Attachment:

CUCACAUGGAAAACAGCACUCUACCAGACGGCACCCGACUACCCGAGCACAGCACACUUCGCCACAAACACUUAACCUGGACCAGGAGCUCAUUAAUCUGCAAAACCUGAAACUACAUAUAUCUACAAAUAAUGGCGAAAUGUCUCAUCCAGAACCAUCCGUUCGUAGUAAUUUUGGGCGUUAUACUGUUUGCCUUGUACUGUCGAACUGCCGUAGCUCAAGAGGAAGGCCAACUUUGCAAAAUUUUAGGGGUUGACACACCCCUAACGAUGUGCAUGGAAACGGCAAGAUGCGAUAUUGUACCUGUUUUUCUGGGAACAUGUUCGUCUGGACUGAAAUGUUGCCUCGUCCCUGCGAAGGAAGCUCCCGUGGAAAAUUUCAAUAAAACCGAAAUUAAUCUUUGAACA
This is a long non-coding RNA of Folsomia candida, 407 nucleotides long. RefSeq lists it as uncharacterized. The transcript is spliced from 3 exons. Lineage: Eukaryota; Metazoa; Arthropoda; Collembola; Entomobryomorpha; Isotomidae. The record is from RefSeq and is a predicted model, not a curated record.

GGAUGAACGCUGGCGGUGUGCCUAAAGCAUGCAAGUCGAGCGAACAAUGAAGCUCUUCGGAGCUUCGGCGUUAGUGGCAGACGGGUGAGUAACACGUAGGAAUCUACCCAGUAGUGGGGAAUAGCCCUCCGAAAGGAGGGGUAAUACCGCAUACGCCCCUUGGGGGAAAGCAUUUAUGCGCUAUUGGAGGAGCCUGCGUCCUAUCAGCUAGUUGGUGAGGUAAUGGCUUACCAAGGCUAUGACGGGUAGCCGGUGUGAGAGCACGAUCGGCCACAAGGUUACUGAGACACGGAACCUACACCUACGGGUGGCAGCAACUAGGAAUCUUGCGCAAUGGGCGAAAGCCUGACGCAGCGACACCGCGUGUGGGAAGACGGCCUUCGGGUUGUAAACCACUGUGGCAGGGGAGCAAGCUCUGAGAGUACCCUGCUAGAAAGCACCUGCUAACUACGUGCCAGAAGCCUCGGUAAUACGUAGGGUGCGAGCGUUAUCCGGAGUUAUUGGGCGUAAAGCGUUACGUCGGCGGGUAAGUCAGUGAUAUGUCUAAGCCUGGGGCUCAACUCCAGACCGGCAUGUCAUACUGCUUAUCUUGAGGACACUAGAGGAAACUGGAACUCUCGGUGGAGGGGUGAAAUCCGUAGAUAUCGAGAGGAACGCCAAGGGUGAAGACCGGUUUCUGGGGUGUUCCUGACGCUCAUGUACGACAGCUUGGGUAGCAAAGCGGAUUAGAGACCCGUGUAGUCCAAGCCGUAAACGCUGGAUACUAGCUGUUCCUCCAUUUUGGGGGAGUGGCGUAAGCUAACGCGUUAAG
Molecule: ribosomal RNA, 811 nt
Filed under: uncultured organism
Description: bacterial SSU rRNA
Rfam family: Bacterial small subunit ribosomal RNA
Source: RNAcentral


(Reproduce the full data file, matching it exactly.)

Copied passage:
CUCACAUGGAAAACAGCACUCUACCAGACGGCACCCGACUACCCGAGCACAGCACACUUCGCCACAAACACUUAACCUGGACCAGGAGCUCAUUAAUCUGCAAAACCUGAAACUACAUAUAUCUACAAAUAAUGGCGAAAUGUCUCAUCCAGAACCAUCCGUUCGUAGUAAUUUUGGGCGUUAUACUGUUUGCCUUGUACUGUCGAACUGCCGUAGCUCAAGAGGAAGGCCAACUUUGCAAAAUUUUAGGGGUUGACACACCCCUAACGAUGUGCAUGGAAACGGCAAGAUGCGAUAUUGUACCUGUUUUUCUGGGAACAUGUUCGUCUGGACUGAAAUGUUGCCUCGUCCCUGCGAAGGAAGCUCCCGUGGAAAAUUUCAAUAAAACCGAAAUUAAUCUUUGAACA
This is a long non-coding RNA of Folsomia candida, 407 nucleotides long. RefSeq lists it as uncharacterized. The transcript is spliced from 3 exons. Lineage: Eukaryota; Metazoa; Arthropoda; Collembola; Entomobryomorpha; Isotomidae. The record is from RefSeq and is a predicted model, not a curated record.

GGAUGAACGCUGGCGGUGUGCCUAAAGCAUGCAAGUCGAGCGAACAAUGAAGCUCUUCGGAGCUUCGGCGUUAGUGGCAGACGGGUGAGUAACACGUAGGAAUCUACCCAGUAGUGGGGAAUAGCCCUCCGAAAGGAGGGGUAAUACCGCAUACGCCCCUUGGGGGAAAGCAUUUAUGCGCUAUUGGAGGAGCCUGCGUCCUAUCAGCUAGUUGGUGAGGUAAUGGCUUACCAAGGCUAUGACGGGUAGCCGGUGUGAGAGCACGAUCGGCCACAAGGUUACUGAGACACGGAACCUACACCUACGGGUGGCAGCAACUAGGAAUCUUGCGCAAUGGGCGAAAGCCUGACGCAGCGACACCGCGUGUGGGAAGACGGCCUUCGGGUUGUAAACCACUGUGGCAGGGGAGCAAGCUCUGAGAGUACCCUGCUAGAAAGCACCUGCUAACUACGUGCCAGAAGCCUCGGUAAUACGUAGGGUGCGAGCGUUAUCCGGAGUUAUUGGGCGUAAAGCGUUACGUCGGCGGGUAAGUCAGUGAUAUGUCUAAGCCUGGGGCUCAACUCCAGACCGGCAUGUCAUACUGCUUAUCUUGAGGACACUAGAGGAAACUGGAACUCUCGGUGGAGGGGUGAAAUCCGUAGAUAUCGAGAGGAACGCCAAGGGUGAAGACCGGUUUCUGGGGUGUUCCUGACGCUCAUGUACGACAGCUUGGGUAGCAAAGCGGAUUAGAGACCCGUGUAGUCCAAGCCGUAAACGCUGGAUACUAGCUGUUCCUCCAUUUUGGGGGAGUGGCGUAAGCUAACGCGUUAAG
Molecule: ribosomal RNA, 811 nt
Filed under: uncultured organism
Description: bacterial SSU rRNA
Rfam family: Bacterial small subunit ribosomal RNA
Source: RNAcentral